Fresh from receiving the BFC/GQ British Menswear Fund, the designer discusses how Scouts, the river Ganges and rugby inspired his latest collection
“We’ve been looking at Scout scarves and boyhood adventure,” said Craig Green, speaking ahead of his SS17 show – sent down the runway yesterday afternoon at London Collections: Men, and styled by Dazed creative director Robbie Spencer. “I was a scout when I was a kid. My mum was actually one of the leaders,” he laughed. “Scouts and Brownies are definitely in the family. It’s a very North London thing, I guess.”
He may have been returning to his boyhood in his references, but Green has certainly surpassed the throwaway of ‘young designer’. Now in his sixth season, after a somewhat accidental journey into fashion (when he started at Central Saint Martins, he planned to become a portrait painter), he’s gone from shocking the tabloids silly with his “bizarre plank hats” (AW13) to captivating the fashion industry with his cerebral inspirations and wearable, often utilitarian designs. Last month, he landed £150,000, winning the BFC/GQ designer menswear fund sponsored by Vertu, and this season saw a collaboration with runway soundtrack master Frédéric Sanchez.
“We’ve been looking at Scout scarves and boyhood adventure. I was a scout when I was a kid. My mum was actually one of the leaders” – Craig Green
Yesterday saw Green return to explore one of his ongoing fascinations: uniforms. In the past, he’s cited both religious clothing and workwear – his “Zen” inspired SS15 show, for example, drew comparisons to samurais and gurus and barefoot penitents. “You put on one uniform for an imagined spiritual purpose, and you put on another uniform for an actual functional purpose,” he said of this interest. “I love the idea that they have such similarities in them because they’re so utilitarian and sexless.” This season, his “uniform” contained quilted jackets and double-breasted blazers, deconstructed coats and hoods akin to those he designed for AW16. The collection’s Scout reference wasn’t a straightforward one (the designer recalls wearing his grey school trousers, a green shirt and “luminous green” scarf – none of which appeared). Instead it was an “exploration of colour,” with “dusky”, romantic shades undergoing an almost ceremonial dyeing process.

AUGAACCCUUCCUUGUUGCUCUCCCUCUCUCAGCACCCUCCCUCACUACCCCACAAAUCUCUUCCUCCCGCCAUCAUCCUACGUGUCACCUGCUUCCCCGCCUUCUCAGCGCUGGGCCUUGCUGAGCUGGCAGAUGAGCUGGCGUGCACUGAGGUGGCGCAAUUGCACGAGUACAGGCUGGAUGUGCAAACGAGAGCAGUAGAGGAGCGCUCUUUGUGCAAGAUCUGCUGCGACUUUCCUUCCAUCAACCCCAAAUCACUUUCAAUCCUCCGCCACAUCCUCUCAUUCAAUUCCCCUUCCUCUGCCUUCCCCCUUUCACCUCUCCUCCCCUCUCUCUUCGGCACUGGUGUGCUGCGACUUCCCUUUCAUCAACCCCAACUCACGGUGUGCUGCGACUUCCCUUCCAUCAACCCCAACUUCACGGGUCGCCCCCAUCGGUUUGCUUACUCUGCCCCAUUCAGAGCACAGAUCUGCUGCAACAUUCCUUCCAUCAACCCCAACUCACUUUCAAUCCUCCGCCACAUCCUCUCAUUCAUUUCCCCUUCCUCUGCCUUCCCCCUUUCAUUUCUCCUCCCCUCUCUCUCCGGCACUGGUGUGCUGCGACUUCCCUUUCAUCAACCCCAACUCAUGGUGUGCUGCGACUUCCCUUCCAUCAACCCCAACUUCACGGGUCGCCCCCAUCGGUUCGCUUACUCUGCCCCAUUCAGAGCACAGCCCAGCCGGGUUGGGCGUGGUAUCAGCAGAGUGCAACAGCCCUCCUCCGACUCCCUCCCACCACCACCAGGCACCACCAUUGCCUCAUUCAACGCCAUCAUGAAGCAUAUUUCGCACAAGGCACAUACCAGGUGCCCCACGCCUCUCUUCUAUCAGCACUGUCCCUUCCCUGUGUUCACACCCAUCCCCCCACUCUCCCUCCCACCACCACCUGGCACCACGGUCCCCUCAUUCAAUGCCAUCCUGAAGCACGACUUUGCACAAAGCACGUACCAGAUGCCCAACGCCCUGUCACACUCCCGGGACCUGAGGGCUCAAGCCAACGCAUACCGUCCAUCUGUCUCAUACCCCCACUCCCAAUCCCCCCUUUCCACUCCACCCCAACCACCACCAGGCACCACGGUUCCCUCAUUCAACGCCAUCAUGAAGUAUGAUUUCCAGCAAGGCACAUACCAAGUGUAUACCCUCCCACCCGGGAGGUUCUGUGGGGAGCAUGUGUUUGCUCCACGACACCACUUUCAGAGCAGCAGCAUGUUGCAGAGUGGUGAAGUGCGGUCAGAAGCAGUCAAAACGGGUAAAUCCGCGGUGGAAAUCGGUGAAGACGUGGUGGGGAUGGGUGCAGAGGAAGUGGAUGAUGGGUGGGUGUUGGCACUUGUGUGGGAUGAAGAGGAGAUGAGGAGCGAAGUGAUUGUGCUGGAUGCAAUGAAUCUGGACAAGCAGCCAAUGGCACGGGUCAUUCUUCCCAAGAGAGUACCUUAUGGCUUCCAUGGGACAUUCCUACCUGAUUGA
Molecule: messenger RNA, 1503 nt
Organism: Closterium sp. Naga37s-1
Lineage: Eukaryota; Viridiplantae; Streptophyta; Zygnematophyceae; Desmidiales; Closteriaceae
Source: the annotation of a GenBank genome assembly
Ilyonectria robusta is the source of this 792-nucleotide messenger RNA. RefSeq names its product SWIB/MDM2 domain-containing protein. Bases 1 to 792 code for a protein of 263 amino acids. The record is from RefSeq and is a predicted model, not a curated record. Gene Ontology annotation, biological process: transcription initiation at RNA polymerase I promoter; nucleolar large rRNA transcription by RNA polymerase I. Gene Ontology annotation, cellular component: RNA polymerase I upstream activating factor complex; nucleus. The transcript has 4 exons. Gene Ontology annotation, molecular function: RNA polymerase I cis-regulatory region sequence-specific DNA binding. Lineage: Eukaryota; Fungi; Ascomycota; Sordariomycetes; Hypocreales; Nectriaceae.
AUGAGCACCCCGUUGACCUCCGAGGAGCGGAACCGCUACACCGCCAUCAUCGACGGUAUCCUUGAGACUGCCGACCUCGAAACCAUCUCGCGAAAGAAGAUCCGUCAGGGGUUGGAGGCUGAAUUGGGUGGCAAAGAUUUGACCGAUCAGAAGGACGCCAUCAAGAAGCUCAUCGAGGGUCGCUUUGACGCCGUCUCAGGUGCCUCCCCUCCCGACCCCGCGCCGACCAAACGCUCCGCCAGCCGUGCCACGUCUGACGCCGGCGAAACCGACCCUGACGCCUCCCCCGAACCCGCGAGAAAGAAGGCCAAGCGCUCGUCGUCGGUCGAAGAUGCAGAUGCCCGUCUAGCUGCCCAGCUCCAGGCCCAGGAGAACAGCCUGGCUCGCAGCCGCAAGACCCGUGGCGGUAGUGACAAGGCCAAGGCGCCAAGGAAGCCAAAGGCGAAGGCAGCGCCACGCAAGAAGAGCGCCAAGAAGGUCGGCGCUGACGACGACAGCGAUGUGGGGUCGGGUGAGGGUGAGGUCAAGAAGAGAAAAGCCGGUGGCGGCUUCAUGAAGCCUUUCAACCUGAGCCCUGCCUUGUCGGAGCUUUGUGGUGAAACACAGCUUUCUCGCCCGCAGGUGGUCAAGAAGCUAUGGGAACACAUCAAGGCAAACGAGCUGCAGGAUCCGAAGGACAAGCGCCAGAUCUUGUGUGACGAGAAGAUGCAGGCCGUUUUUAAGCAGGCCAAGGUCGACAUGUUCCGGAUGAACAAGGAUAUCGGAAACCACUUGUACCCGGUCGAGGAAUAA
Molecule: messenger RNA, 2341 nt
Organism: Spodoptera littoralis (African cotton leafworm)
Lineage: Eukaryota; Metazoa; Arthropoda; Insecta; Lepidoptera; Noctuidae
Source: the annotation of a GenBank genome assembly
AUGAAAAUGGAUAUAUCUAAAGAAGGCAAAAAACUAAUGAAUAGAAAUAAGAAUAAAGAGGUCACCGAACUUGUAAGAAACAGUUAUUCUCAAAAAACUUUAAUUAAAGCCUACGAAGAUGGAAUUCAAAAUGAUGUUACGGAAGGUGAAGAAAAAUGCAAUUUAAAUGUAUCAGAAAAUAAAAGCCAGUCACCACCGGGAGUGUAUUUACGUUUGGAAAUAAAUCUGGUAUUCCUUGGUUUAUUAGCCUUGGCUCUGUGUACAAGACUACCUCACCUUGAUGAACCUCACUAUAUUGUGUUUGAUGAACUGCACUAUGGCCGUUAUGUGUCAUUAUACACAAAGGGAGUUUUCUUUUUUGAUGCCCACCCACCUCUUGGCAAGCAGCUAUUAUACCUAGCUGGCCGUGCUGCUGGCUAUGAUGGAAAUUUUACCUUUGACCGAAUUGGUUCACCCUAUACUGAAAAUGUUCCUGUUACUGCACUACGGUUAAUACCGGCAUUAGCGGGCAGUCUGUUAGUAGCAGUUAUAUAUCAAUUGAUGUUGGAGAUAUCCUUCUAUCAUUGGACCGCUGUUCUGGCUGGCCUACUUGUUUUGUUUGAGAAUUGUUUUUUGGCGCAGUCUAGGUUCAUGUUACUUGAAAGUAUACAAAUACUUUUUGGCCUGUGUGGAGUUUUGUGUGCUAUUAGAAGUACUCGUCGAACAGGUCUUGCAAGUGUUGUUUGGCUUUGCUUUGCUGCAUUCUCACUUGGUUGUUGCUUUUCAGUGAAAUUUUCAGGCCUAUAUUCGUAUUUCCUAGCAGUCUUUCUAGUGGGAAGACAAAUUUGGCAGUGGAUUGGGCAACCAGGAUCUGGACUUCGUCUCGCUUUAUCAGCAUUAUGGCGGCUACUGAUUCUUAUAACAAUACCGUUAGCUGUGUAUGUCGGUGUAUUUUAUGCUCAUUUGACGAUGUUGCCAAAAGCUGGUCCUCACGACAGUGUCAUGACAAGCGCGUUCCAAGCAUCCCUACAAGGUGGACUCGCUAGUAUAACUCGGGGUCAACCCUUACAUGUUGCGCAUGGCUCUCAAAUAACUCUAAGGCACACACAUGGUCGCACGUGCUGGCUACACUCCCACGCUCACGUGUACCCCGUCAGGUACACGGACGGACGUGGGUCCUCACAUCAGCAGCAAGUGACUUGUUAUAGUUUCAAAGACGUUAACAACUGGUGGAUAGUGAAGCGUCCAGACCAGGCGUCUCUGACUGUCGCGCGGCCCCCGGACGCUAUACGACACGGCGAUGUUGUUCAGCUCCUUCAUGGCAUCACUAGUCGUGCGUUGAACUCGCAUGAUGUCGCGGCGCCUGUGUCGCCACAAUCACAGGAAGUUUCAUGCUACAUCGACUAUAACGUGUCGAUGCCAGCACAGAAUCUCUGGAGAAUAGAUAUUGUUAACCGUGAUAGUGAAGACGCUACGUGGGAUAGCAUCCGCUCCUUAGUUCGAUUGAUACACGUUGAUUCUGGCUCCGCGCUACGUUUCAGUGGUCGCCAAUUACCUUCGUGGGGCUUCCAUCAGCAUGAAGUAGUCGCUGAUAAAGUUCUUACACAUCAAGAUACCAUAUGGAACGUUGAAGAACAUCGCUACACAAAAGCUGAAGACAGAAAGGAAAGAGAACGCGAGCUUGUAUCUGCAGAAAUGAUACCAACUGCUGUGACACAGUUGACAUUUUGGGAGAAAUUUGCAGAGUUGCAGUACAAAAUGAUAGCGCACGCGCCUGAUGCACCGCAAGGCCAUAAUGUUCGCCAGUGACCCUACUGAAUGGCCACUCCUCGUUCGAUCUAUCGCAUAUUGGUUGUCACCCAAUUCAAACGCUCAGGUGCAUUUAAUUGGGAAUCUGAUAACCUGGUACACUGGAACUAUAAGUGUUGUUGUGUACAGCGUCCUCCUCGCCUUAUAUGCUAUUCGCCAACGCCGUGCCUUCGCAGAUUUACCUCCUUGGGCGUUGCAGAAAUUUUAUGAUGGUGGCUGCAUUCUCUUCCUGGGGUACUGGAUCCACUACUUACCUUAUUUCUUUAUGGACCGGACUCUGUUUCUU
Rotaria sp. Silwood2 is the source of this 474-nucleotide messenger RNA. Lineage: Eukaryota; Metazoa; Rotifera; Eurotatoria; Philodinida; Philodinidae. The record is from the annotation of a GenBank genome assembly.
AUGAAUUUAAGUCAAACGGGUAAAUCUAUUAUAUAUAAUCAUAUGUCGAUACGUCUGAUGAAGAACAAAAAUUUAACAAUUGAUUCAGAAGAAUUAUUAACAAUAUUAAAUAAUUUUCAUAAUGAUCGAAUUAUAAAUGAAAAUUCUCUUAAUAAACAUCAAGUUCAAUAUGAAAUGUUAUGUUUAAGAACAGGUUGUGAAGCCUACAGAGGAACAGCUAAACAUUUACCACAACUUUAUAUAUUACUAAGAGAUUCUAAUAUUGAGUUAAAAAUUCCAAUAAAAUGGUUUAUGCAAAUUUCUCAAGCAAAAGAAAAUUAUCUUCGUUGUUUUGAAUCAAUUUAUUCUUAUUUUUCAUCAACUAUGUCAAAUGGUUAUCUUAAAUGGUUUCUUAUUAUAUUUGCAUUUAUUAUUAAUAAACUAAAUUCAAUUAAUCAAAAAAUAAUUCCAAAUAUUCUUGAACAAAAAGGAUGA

The show notes called the collection an “unchartered pilgrimage that drifts, swells and forges forward en masse” which might have been referring to something else Green has been thinking about recently: the river Ganges. While he’s previously cited traditional Chinese dress – namely in the wrap trousers of his SS15 collection – this season, he looked at Indian draping, and at images of people at the Asian river. He said he was interested in the simplest ways of making clothes and so, inspired by these images, draped cloth (the Scout scarves) onto the models bodies, tying them around the models waists and feeding them through so they fell down their legs like diaphanous skirts made from brilliantly coloured flags.
There was another reference too – one that, though different, is again consistent with Green’s fascination with uniform: rugby kit. “There's definitely a sports feeling,” he explains, “we started with rugby tops and we cut them up and put them back together.” These tops were cut from Indian-style textiles, cut up into segments and tied together with lace. This was a theme that ran throughout the collection, most notably in the Mackintosh coats, which – in brown, camel and black – will no doubt be best-sellers.
For while Green is creating inspiring and poetic work, he’s also set his mind on building a viable business. Today’s show came three weeks after he was awarded the BFC/GQ fund, which in addition to the cash, will see him gain 12 months of high-level mentoring. “I’m going to expand the team,” he says of his plans for the money. “I’m going to expand our core product range, develop our production and bring it to a higher quality level… We’re going to use it to put down the foundations and build a brand that lasts.”
“Some people might think I’m a political designer. But it’s more that I do what feels right, what my emotion is at the time” – Craig Green
Green is continuing to design in a way that feels right to him – something that has, thus far, proved highly successful. “Some people might think I’m a political designer,” he said, speaking on whether there was a message behind this collection. “But it’s more that I do what feels right, what my emotion is at the time.” As yesterday’s show proved, it’s Green’s ability to channel his emotion into clothing, to imbue romance into the utilitarian, that makes him one of menswear’s most captivating talents.